I must nitpick a bit and point out that part of the reason I found the film confusing is that some of the dialogue was overwhelmed by the booming, theater-rattling sound effects. Which leads me to another major problem I had with the film. Someone needs to tell Hans Zimmer that melodies are not such a bad thing. To describe his score as overwrought would be a huge understatement. And then there’s about a twenty minute stretch where the film cuts between dire events in space and dire events on Earth, which made this portion of the film disjointed. I also would’ve preferred a more global lens had been placed on Earth’s terminal situation; the events taking place in Cooper’s small town are meant to echo events around the world, I suppose, but it doesn’t register that the entire globe is dying.
Overall, the visuals, the performances and some of the concepts, both scientific and emotional, make this film worth seeing. I’m already hearing that this film will be the 2001: A Space Odyssey for a new generation. I get that. I just wish Interstellar weren’t so much a product of its age, where everything has to be spelled out and wrapped up in a nice little package, making it more muddled. 2001 is a confusing film, but that’s only because Kubrick left things open to our interpretation. Interstellar falls short because Nolan wants to beat us over the head to make us understand the message. 3/5 reels
Having worked in the business of video production for over twenty years, five of those years solidly in network news, I think I’m on target when I say the general public is now pretty savvy about video. Given how inexpensive video technology is nowadays, given the proliferation of sites like You Tube, Vimeo, Instagram apps, video blogs and the like, and given how easy it’s become to utilize video software (people are editing video on their smartphones nowadays) one could make the argument that a film based on the video industry might come across as stale and dated. And most films set in the world of ENG (electronic news gathering) don’t get it right. The last film that hit it pretty squarely on the head was the brilliant Broadcast News, back in 1987. The last film I saw which dealt with ENG news was 15 Minutes, which was dated back in 2001. It was so bad that I walked out; also, I was extremely annoyed by another moviegoer who was snoring loudly in the theater. Says a lot about that film, doesn’t it?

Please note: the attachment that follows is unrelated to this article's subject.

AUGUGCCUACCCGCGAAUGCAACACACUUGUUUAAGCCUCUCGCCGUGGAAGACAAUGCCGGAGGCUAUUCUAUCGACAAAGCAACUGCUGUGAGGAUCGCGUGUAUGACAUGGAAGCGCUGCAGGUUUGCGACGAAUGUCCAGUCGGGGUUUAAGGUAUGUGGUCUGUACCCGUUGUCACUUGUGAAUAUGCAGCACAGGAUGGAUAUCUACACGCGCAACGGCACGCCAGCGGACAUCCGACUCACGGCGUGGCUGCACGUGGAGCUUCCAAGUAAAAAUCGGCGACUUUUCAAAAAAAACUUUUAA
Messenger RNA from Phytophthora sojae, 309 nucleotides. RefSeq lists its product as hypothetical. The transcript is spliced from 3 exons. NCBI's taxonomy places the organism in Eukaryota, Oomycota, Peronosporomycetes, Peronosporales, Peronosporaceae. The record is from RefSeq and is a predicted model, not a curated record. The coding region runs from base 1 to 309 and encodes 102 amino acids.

If not for the arresting performance of Jake Gyllenhaal, Nightcrawler would also be guilty of treading over ground that is way past its expiration date. Gyllenhaal plays Louis Bloom, a petty thief who can’t find an honest job. He comes across a car accident where he meets a news stringer (Bill Paxton) who schools him on the trade of independent news videography. News stringers are independent “freelance” cameramen who race to the scene of a crime, accident, any event that results in human tragedy, film as much as they can, morals be damned, and sell the footage to the news station that’ll pay the most. Let me be clear that stringers do exist in real life, but in this film, they are portrayed more as paparazzi photogs than actual stringers. I could bore you with details about how stringers are actually treated like staff cameramen for news stations, how they are assigned the stories they cover, how they are not given anywhere near the amount of leeway in covering a crime scene as portrayed in this film, how they would never arrive on the scene prior to the police arriving, how a real local news department would never air footage of a dead body; basically, how none of the events of this film would ever happen in reality.